Lawler: No. Actually there wasn't. I came along at the start of my career at an opportune time. I had my first match in 1970. So I got a chance to work with some of the biggest names from the early days of wrestling. Guys like Lou Thesz. Stars that we'd say today were from the distant past. Guys who had wrestled in the 1930s and '40s and were finishing up their careers in the early '70s.
I had the opportunity to wrestle some of those guys and then move on to the Jack Briscos, the Harley Races, the Terry Funks, the Ric Flairs. Even into the next generation. I remember going up to Louisville when Ohio Valley was just getting started and wrestling matches with guys like John Cena when he was just getting his feet wet. Guys like Steve Austin who came through Memphis before they ever thought about being "stone cold."
I've had the opportunity to wrestle in four different decades. And every top star in those four decades. Sure, there were some, like you said, that we really didn't get in Memphis. But anybody we really wanted we were able to get. We even got Andre the Giant to come down from WWE. And later on even brought down Bret Hart. And Vince McMahon, as a matter of fact.
Vince came to Memphis the night I was wrestling Bret Hart along with Pat Patterson as his personal bodyguard and interfered in my match! That was really the first time Vince ever got involved in the matches, and after that, he went on to his historic run with "Stone Cold" Steve Austin.
B/R: I remember that Vince McMahon stuff on USWA television. Not only were you the first to have him get involved physically in a match, but I would say that Mr. McMahon character that became so famous as the main bad guy in the Attitude Era was born in Memphis. Because some of the promos Vince did on USWA were heel promos. It was born in Memphis!
Lawler: I agree 100 percent. I think that's where the Attitude Era Mr. McMahon was born.
B/R: Amazing. Equally amazing, to backtrack a bit, is the fact that you wrestled both Lou Thesz and John Cena. That durability is incredible. Especially since you weren't one of those guys who never did anything in the ring. I remember in the 1970s and '80s, you took some big falls, big bumps; you did that fist drop off the second rope every night for years.
Those are things that would normally wear a guy down. And yet here you are. How do you account for that?
Lawler: All I can attribute it to is just good luck. You're right about a couple of things. I did the fist drop off the second and sometimes the top rope probably a thousand times and never once in my career ever wore knee pads. And I've never had knee problems. And yet you see some guys in the first three or four months of their career have debilitating knee injuries they never recover from. That can only be, knock on wood, attributed to luck as far as I'm concerned.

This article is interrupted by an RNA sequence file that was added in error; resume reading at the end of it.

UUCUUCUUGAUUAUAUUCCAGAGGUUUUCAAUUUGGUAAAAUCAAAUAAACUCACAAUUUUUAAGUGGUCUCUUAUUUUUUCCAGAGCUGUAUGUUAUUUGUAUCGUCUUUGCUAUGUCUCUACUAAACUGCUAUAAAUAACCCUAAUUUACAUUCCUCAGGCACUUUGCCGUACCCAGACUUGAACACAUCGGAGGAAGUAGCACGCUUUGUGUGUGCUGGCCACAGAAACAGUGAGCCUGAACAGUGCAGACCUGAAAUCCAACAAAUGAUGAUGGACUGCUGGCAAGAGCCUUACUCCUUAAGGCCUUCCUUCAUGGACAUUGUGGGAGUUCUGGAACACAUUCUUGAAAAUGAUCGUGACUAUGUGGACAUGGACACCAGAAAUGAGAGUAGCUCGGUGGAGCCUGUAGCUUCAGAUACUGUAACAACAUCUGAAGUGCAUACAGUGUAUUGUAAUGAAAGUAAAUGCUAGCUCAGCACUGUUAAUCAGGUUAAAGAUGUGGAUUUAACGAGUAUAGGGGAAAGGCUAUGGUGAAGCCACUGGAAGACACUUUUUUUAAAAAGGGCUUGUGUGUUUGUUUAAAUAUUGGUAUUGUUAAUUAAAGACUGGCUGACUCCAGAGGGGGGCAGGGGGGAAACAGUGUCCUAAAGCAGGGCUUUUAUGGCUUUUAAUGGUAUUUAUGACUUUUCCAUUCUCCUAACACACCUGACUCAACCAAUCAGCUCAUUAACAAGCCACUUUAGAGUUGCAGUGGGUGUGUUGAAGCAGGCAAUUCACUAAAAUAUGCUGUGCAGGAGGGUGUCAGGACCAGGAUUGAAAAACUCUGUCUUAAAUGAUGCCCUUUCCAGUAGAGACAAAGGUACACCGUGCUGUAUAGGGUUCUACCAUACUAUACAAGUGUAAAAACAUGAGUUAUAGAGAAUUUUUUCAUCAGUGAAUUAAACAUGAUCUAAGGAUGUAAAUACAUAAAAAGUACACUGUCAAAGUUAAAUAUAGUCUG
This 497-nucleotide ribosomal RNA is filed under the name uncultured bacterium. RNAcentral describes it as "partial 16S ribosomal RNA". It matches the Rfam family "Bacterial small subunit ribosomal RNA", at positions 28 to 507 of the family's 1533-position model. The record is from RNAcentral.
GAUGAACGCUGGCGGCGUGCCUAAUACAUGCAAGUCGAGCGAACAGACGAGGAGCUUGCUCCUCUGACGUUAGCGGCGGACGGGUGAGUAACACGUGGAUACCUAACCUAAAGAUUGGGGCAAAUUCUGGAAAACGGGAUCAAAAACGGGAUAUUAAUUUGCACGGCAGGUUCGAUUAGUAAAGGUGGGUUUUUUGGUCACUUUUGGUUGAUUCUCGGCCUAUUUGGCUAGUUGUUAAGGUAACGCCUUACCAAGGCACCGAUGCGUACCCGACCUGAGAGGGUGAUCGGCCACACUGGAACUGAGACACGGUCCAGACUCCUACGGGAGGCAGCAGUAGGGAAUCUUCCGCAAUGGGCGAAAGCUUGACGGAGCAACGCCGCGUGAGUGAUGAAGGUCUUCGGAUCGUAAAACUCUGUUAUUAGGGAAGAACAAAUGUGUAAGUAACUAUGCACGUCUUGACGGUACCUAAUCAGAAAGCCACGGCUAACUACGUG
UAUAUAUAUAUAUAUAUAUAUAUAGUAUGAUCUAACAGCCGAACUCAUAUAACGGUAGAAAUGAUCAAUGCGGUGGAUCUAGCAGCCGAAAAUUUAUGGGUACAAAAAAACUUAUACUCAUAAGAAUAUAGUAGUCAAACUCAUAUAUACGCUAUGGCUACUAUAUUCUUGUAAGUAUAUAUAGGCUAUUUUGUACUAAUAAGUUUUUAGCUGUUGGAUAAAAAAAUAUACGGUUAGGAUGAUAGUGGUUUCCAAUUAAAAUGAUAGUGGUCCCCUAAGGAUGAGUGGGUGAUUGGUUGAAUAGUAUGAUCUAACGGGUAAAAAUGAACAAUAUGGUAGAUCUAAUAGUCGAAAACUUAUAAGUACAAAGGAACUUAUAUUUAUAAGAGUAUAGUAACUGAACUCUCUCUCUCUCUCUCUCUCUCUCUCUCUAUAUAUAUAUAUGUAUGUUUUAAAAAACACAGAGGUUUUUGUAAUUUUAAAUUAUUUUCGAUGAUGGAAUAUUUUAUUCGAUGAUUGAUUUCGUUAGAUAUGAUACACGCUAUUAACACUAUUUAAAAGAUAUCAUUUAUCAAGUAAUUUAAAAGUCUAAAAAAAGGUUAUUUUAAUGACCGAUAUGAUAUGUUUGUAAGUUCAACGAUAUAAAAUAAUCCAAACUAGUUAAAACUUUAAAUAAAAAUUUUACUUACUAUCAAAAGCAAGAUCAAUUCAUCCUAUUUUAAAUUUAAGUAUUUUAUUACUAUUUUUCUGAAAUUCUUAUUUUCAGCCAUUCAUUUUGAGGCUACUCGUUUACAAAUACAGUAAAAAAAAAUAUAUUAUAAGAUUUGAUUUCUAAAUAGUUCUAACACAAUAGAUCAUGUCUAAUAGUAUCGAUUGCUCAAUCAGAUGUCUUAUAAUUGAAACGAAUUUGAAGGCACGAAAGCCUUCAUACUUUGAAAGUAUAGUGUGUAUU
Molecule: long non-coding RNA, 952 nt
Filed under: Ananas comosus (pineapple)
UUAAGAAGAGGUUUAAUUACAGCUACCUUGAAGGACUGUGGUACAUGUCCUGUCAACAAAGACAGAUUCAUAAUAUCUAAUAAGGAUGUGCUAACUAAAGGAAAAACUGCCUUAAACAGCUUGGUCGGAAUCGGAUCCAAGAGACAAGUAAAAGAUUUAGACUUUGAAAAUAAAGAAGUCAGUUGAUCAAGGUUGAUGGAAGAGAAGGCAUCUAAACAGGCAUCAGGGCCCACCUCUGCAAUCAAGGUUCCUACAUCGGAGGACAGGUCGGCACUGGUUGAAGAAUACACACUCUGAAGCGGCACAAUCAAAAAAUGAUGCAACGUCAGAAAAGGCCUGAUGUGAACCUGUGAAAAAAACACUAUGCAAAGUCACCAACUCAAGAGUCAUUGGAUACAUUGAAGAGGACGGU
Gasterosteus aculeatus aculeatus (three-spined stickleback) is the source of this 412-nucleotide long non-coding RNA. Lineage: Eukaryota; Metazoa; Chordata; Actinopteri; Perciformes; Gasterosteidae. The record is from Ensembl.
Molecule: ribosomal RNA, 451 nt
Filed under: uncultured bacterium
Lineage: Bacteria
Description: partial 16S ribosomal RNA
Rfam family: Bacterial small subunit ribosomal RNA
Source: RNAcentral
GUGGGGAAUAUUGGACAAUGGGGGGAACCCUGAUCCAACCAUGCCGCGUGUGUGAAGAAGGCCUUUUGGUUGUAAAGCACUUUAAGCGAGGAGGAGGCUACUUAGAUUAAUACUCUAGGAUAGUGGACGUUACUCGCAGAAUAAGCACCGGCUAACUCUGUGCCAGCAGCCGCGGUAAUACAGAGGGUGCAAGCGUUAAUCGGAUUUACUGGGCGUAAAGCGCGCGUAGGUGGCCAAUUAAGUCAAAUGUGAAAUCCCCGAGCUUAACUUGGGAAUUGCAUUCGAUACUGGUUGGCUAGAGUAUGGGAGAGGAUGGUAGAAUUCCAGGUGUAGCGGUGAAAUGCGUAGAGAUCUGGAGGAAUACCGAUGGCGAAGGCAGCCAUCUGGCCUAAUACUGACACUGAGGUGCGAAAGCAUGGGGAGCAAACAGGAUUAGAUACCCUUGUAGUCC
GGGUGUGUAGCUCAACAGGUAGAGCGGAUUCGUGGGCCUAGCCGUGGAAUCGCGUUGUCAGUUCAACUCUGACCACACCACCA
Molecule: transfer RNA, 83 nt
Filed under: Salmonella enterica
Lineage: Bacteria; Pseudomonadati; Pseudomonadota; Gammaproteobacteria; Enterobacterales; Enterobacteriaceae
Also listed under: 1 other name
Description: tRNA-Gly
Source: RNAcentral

A couple of things I can say—and when I tell a lot of people this, they don't think it's true—but I've never in my life tasted alcohol. Not one taste. Not one sip of beer, wine, whiskey. Never smoked or had a cigarette in my hand of any kind. Never done any drugs whatsoever. And I've got to think that's helped my longevity in the business.
B/R: And you're still going strong, right?
Lawler: I was cleared by my personal doctor almost a year ago. I still do shows on the independent circuit. I've got two coming up this weekend. I just haven't gotten back in the WWE ring. But I still feel mentally and physically as good as when I first started. I don't know how to explain it.
B/R: I'm not sure that's coincidence, though. I talked to boxer Bernard Hopkins last month and he's still competing for titles at 49. And, like you, he's never touched a drink of alcohol during his professional career. You guys may be on to something.
I could talk Memphis all day, but it's only half the story. In 1992, you made the journey to a place known in wrestling as "New York." Why was the time right?
Lawler: That's not really an easy question to answer. I don't know if the decision was all mine or the WWE's. We really fought a serious battle against the WWE for a long time. They were a major threat to us. Once cable and satellite television started in the mid-1980s, all the top talent gravitated to either WWE or WCW. All the top stars in the business wanted to be seen on a broader scale.
B/R: Luckily in Memphis, you were pretty sure the top star wasn't going anywhere.
Lawler: Myself and Jerry Jarrett owned the territory. It was our livelihood. It was our business, one we'd had for 20 years. We didn't have that television coverage nationwide or worldwide, so we struggled to hold on here.
A lot of people wonder why we lasted so long here. And it was mainly because I had been the major star. I was the featured wrestler in the territory for all those years and I didn't leave. I stayed.
In all the other territories, the top stars left for either WWE or WCW. Then, WWE would come right back into those same cities with the former main stars now working for them. And they were successful. So the other territories and wrestling companies just kind of dwindled away. We just hung on.
I can remember when the WWE came and ran some shows in our Tennessee territory. And they had a "King" Harley Race. They put the King gimmick on Harley Race.
B/R: That had to sting.
Lawler: I filed a lawsuit when they ran a show in Jackson, Tennessee. I sued Vince McMahon and the WWE for trademark infringement, claiming I was the king of wrestling in the state of Tennessee. And I actually won the case. I think Vince really respected that. It didn't make him mad. I think he got a kick out of it.
We fought hard against them.
B/R: So, how did you go from fighting that battle to joining the enemy?